Put your fitness to the ultimate test with Apple Watch

by Graham Bower June 11, 2016

If you want to get in shape, the best way to get started is with some fitness testing. That might sound challenging, but luckily your Apple Watch is all you need to test yourself to the limit.

Fitness tests enable you to establish a baseline so you can see how your physical condition improves over time. And if you are already a fitness fanatic, regular testing enables you to identify areas of weakness and optimize your training program. Here’s how to make the Apple Watch a part of your essential fitness testing.

Get ready for the ultimate Apple Watch fitness test

Most fitness tests require “maximum exertion” — or, in other words, pushing yourself to your limits. If you are not used to exercise, this can be dangerous. So if you are in any doubt, check with your physician first to make sure that it is safe for you to do these tests.

Still here? Good! You can use your Apple Watch and iPhone to test your strength, speed, endurance, body composition, cardio fitness and flexibility. Which are most important for you depends upon your personal goals. But for a great all-around fitness test, you can’t beat the Marine Corps.

Are you fit enough to join the Marines?

Every Marine must pass the Physical Fitness Test (PFT) once a year. There are three parts to it: pullups, crunches and a 3-mile run. The Army has a similar PFT, but with a 2-mile run. No special equipment is required to perform the PFT, apart from a sturdy bar that can take your weight for pullups.

Your Apple Watch can’t help you with the pullups and crunches — just try to do as many as you can in a single session without resting, following the Marines’ strict guidelines.

For the run test, set a 3-mile distance goal in the Workout app on your Apple Watch. Be sure to keep an eye on your progress during the run: The Workout timer will keep going after you reach your 3-mile goal, so you’ll need to stop it manually when you’re done.

PFT tests are scored on a point system, and several iPhone apps can calculate your score. The best I’ve found is Marine PFT. An in-app purchase ($4.99) enables you to log your scores and monitor your progress over time.

Remember to check when 12 minutes is up – the workout app doesn't do this automatically
Remember to check when you’ve completed 3 miles — the Apple Watch’s Workout app doesn’t stop automatically.
Photo: Graham Bower/Cult of Mac

Testing your VO2 max with Apple Watch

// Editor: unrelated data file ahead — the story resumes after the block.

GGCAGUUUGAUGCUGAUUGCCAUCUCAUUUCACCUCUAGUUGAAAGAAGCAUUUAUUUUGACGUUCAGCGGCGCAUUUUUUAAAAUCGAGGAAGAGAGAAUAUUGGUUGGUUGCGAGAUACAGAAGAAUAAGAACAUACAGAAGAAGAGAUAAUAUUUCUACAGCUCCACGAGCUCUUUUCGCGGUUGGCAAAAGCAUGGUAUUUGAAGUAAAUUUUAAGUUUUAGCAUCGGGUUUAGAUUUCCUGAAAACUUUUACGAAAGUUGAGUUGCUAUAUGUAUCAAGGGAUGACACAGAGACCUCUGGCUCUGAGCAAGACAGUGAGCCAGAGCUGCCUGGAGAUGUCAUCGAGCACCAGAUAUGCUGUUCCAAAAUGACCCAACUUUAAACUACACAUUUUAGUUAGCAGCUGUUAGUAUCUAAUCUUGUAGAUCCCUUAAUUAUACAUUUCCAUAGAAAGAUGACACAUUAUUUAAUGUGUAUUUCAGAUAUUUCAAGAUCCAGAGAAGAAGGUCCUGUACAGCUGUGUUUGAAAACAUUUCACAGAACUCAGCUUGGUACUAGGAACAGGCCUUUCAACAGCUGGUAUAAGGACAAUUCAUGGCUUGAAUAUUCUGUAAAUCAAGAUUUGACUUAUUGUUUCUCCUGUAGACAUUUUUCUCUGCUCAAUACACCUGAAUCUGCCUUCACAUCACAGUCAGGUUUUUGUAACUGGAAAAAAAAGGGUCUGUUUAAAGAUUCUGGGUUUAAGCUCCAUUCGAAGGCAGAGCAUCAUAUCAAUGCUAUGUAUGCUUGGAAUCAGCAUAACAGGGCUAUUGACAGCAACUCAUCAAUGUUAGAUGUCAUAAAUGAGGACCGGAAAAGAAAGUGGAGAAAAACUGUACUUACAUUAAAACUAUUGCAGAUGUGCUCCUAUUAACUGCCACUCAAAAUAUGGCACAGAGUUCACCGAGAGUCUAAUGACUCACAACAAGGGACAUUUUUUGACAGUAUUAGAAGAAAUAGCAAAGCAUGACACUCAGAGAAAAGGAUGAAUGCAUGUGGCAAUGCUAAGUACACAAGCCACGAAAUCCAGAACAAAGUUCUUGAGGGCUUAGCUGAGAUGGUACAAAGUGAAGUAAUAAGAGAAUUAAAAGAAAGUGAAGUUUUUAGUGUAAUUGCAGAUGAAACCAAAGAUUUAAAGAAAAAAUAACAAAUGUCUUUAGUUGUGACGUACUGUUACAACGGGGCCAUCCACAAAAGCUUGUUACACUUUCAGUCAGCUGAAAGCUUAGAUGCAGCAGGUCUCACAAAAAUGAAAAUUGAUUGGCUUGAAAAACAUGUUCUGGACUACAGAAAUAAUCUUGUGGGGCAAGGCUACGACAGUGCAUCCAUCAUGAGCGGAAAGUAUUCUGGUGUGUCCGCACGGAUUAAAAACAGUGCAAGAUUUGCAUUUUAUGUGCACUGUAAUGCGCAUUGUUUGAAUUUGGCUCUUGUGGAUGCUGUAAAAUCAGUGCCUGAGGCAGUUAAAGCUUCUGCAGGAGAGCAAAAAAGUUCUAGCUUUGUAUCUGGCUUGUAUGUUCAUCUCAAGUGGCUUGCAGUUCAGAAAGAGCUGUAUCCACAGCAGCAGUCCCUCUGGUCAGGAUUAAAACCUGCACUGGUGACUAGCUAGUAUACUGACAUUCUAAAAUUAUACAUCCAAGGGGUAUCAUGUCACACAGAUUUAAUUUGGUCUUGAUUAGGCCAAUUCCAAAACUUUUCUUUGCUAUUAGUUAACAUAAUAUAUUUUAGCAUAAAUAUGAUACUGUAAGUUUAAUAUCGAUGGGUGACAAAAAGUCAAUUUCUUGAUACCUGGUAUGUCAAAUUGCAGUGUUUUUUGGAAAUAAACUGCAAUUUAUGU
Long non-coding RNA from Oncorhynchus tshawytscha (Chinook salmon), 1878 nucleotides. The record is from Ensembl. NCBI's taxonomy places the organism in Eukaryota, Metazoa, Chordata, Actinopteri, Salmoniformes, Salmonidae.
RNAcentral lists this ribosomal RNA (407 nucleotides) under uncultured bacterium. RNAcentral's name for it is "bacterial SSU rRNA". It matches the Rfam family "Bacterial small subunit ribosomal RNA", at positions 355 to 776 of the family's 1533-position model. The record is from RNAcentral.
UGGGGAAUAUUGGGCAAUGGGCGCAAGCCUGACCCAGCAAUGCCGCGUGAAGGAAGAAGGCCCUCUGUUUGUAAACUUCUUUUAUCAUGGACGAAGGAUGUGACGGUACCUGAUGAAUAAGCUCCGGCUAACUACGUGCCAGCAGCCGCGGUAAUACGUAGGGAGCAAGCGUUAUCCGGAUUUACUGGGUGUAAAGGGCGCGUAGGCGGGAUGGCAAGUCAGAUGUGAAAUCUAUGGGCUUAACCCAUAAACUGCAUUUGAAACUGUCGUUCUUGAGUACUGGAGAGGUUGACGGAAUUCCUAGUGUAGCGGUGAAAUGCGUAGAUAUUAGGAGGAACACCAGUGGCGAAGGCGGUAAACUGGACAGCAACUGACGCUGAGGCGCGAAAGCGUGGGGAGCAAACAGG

The PFT is designed to assess a Marine’s general readiness for combat by combining tests for strength and endurance. If you want to focus specifically on cardiovascular fitness, the Cooper test is for you. It measures VO2 max, which Wikipedia defines as the “maximum rate of oxygen consumption as measured during incremental exercise.”

Working muscles need a constant supply of oxygen. This enters your body via the air your lungs breath in. Then your cardiovascular system transports the oxygen around the body to your muscles.

Short bursts of exercise, like you get from lifting weights or sprinting, can be performed without much oxygen intake because your muscles can work “anaerobically,” using short-term energy stores. But for endurance exercise sustained over longer periods — think activities like distance running, cycling or rowing — your muscles require continuous oxygen supply. Simply put, the more oxygen your muscles get, the faster you can go. Your V02 max is a measurement of the liters of oxygen you can deliver to your muscles per minute.

No Apple Watch fitness app can measure your VO2 max directly. For that, the device would need sensors that measure the concentration of oxygen and carbon dioxide in the air you breath. But you can at least estimate your VO2 max by performing the Cooper test, which was originally developed for the Air Force.

The test involves running as far as you can in 12 minutes. The distance you run in this test is a good indicator of your VO2 max. Traditionally, it is conducted at a running track, but with your Apple Watch you can do it almost anywhere. You just need to find some level ground without obstructions, traffic or road crossings -– a park, for example. Accuracy is essential with this test, so remember to take your iPhone on your run, since carrying it boosts the accuracy of your Watch.

Before you get started, warm up by walking briskly for 10 minutes. When you’re ready, launch the Workout app on your Watch, select a Time Goal (in yellow), and scroll the Digital Crown up to 12 minutes elapsed time. Then you simply run as fast as you can for 12 minutes without stopping. As with the PFT, remember to check your Watch regularly, because it will not automatically stop the workout when you reach 12 minutes — you’ll need to do this manually in order to get the correct distance.